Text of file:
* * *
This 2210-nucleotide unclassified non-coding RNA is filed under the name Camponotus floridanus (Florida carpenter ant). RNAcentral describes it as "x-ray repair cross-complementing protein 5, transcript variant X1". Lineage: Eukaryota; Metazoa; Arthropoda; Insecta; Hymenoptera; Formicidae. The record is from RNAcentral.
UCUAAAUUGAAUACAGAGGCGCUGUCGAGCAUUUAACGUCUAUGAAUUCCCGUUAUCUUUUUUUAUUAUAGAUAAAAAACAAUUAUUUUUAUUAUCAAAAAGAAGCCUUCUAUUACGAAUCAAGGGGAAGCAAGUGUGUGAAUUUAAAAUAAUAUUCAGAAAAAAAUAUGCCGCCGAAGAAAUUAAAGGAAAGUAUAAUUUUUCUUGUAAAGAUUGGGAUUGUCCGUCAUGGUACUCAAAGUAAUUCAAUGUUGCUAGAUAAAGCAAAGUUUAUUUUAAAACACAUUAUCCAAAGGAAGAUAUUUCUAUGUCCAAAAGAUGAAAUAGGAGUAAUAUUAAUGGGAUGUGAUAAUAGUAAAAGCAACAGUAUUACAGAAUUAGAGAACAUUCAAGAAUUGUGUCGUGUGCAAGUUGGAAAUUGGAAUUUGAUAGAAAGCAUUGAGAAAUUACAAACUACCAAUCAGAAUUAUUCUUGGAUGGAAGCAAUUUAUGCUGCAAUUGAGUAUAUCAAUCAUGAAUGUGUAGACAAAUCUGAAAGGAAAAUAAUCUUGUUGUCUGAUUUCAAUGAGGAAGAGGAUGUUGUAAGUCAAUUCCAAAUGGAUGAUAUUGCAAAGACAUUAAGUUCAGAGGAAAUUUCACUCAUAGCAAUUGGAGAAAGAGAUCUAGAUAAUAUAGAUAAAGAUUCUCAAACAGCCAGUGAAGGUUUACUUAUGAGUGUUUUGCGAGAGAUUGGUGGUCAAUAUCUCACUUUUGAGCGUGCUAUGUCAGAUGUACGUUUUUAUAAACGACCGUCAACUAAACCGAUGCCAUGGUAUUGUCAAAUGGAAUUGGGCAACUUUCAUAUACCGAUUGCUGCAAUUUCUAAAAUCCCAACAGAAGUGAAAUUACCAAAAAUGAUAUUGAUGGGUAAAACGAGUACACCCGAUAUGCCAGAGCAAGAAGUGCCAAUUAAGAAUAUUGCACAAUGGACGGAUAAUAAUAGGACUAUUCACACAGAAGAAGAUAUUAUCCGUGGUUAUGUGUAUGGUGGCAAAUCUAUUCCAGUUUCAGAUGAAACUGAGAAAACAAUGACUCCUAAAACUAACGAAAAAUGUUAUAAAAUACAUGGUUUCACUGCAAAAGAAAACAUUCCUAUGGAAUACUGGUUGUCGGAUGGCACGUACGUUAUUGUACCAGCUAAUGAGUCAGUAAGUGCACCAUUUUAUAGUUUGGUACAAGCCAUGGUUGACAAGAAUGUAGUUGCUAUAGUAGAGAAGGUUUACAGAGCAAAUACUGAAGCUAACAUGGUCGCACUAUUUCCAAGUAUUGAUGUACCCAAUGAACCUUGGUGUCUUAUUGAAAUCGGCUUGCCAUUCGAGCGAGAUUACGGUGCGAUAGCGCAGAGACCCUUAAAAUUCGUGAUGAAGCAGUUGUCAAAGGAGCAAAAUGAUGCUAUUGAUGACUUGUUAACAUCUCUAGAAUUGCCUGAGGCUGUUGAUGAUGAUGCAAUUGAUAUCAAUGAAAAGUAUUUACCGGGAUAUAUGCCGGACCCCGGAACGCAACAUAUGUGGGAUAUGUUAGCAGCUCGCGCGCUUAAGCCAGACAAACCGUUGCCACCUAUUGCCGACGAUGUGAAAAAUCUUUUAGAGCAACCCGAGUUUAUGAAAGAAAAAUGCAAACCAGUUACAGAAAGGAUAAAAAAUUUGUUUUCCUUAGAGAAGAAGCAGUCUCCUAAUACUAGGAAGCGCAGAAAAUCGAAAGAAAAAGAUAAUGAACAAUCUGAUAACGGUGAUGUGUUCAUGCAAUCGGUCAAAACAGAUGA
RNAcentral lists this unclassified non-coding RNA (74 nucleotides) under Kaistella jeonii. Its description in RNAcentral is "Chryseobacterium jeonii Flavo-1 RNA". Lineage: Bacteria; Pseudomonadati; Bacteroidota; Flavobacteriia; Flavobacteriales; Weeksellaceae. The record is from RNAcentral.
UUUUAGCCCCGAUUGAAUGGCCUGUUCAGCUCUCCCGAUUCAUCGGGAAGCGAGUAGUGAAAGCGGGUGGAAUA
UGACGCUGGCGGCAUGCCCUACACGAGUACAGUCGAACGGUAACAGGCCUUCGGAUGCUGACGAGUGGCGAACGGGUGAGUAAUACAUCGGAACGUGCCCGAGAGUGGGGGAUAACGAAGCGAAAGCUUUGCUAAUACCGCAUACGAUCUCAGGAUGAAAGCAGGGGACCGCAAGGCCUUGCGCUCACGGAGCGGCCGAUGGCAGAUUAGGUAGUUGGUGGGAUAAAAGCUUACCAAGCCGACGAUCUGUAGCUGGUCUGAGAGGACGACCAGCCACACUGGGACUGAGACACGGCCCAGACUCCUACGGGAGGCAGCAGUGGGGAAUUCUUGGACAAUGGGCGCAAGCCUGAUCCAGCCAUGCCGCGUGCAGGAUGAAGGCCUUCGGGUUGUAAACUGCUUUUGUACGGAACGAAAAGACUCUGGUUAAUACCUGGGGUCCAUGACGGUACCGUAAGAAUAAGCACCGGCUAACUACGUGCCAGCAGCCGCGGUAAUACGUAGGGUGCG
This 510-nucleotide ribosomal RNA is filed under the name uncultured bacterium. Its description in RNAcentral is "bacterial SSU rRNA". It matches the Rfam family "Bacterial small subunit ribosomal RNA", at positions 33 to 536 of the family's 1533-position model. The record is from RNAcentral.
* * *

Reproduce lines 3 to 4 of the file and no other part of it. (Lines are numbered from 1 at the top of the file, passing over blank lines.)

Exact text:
RNAcentral lists this unclassified non-coding RNA (74 nucleotides) under Kaistella jeonii. Its description in RNAcentral is "Chryseobacterium jeonii Flavo-1 RNA". Lineage: Bacteria; Pseudomonadati; Bacteroidota; Flavobacteriia; Flavobacteriales; Weeksellaceae. The record is from RNAcentral.
UUUUAGCCCCGAUUGAAUGGCCUGUUCAGCUCUCCCGAUUCAUCGGGAAGCGAGUAGUGAAAGCGGGUGGAAUA